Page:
I’ve found that when you introduce yourself as an audio engineer, people expect you to know things.
The word “engineer” seems to impress them. Their eyebrows raise, and they immediately assume you’re good at math. (I’m passable.)
Even if you use the less impressive and more user-friendly title of “sound person,” the standard response – one so common it’s become a running joke amongst sound people – still indicates the expectation of knowledge: “So you know what all those knobs do?” (No, I only adjust the red ones.)
Unlike other fields of engineering, we need to no license to ply our trade. There’s no state appointed board to verify us. We either get results or we don’t. The proof is in the mix.
With the expectation of knowledge but no official vetting process, it’s logical to ask oneself “How much do I really know about this?” For example, I’d say it’s probably reasonable to assume that most live audio professionals have some basic knowledge of how a loudspeaker works.
But how many do you think would be comfortable explaining the concept in a classroom setting? How many would include a mention of Faraday’s law of induction? Likely far fewer, and I bet that only a handful would know the formula to find the voice coil’s inductive reactance. (It’s 2πfL.)
Of course, we don’t need this formula in order to mix a show. (And conversely, many people who do know this formula could not mix a show.) So why does it matter? Well, it certainly deepens our own understanding of what’s going on.
This helps us do our jobs better and also has the convenient benefit of assuring others that we know what we’re doing. Would you want to hire an engineer who has designed a bridge but can’t explain why it stays up? Artists rely on us to keep the audio situation under control, and clients and production managers want to know that their money is being well spent.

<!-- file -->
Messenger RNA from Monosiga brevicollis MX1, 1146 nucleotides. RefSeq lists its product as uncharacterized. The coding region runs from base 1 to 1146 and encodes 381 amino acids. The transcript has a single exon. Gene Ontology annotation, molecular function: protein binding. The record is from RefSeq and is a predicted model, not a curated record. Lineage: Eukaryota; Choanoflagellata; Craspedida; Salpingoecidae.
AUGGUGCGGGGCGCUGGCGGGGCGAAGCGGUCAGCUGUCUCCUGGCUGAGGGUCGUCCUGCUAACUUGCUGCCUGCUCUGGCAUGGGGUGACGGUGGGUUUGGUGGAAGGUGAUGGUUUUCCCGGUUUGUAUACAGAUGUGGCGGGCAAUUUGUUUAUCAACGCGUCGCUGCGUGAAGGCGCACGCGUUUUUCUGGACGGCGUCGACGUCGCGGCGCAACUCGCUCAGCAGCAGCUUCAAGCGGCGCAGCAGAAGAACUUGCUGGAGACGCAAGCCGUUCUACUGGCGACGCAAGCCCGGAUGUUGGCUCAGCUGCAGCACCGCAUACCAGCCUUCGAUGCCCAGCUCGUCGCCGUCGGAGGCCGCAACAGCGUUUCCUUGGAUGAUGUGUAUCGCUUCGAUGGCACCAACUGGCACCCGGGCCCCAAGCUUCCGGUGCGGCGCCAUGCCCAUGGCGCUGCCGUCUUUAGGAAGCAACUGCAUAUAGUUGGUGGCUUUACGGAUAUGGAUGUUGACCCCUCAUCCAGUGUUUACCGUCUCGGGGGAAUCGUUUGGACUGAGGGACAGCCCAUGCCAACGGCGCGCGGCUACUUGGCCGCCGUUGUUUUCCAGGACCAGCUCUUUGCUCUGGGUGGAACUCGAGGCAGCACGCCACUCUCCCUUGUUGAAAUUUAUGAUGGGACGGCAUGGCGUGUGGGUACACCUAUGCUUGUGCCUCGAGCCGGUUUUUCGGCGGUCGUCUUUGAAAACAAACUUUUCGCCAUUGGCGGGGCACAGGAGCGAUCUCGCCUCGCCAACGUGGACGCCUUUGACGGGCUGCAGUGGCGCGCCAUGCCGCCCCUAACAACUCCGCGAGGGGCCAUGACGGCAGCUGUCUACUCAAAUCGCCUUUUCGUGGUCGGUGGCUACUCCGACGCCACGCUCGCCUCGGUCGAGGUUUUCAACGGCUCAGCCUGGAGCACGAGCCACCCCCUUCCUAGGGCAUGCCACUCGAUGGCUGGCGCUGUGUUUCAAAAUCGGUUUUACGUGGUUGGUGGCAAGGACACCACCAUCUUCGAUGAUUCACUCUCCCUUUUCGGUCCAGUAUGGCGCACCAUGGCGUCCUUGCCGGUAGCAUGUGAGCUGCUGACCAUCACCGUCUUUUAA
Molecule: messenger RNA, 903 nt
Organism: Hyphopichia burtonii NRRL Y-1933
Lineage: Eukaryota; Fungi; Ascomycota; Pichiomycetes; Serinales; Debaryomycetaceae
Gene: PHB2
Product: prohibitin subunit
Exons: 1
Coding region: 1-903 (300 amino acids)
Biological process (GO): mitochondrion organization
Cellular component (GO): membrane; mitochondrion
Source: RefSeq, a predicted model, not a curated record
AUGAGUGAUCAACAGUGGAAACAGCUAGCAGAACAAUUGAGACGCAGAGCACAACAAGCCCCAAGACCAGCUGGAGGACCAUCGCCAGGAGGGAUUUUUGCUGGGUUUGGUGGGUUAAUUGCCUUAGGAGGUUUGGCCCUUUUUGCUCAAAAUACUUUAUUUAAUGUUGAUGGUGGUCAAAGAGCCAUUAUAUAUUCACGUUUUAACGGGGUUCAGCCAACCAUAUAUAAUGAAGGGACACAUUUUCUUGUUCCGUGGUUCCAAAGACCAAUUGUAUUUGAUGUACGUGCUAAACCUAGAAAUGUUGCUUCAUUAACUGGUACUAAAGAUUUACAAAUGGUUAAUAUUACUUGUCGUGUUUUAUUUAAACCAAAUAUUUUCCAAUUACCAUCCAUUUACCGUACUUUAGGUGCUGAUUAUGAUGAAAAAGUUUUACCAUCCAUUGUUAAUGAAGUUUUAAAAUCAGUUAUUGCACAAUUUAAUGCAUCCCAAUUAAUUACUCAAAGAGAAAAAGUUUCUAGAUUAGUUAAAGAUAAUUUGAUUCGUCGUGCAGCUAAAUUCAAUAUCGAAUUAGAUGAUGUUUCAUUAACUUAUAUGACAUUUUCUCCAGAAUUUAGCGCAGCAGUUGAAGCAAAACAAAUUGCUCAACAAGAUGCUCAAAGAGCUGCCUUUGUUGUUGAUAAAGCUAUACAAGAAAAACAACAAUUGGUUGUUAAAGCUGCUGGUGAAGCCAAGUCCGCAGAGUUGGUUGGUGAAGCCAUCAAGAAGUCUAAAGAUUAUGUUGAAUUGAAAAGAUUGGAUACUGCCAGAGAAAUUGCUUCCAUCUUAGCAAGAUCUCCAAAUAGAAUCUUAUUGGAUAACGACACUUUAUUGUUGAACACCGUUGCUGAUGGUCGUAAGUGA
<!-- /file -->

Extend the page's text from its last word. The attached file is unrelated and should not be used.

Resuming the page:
Like in any other business, if we are asking the “powers that be” to buy us something, we need to be able to explain what it does and why we need it. (Side note: in situations where a less expensive alternative would be satisfactory, be sure to say so. That way, when you find yourself in a situation in which the substitute just won’t do, you’re more likely to get what you asked for.)
Engineers are, I think, pathological deconstructors. I don’t mean this in a negative way, and I absolutely include myself in this group. It’s a mindset. Nothing fascinates me more than trying to figure out how something works. What’s under the hood? What makes it tick?
I was, to the delight of some of my teachers (and the dismay of others, I’m sure), the “why” child. Just telling me a fact was never enough. I wanted to know why.
I think I was about eight when I decided to build a solar oven. When my mother found me squatting in the backyard over a water-filled bowl covered in aluminum foil, she could have said “That won’t work.” But she didn’t. She gave me a carrot to cook.
So I found out for myself that it didn’t work, and also why it didn’t work. Foil reflects heat, it doesn’t absorb it. The fact that I remember this so clearly speaks to the power of “why.” I doubt I’d be telling the story if it ended with “That won’t work. Go clean your room.”
So there’s an inherent value in learning something, which means there’s an inherent value in not knowing something, for we must “not know” before we can learn. This is often the sticking point for people. It can be hard to say “I don’t know.”
Some perceive such an admission as a sign of weakness, but I believe it’s the opposite. It’s the opportunity to learn something, which is good because afterwards we’ll know more. Never learning means continuing to function with our existing level of knowledge.
At the rate our field is advancing, it’s certainly not an optimal approach. I see how some might find the relentless march of technological progress overwhelming, although I would suggest [to them] that they’re in the wrong field. I, for one, find it exciting to be involved in a field in which there’s always more to learn.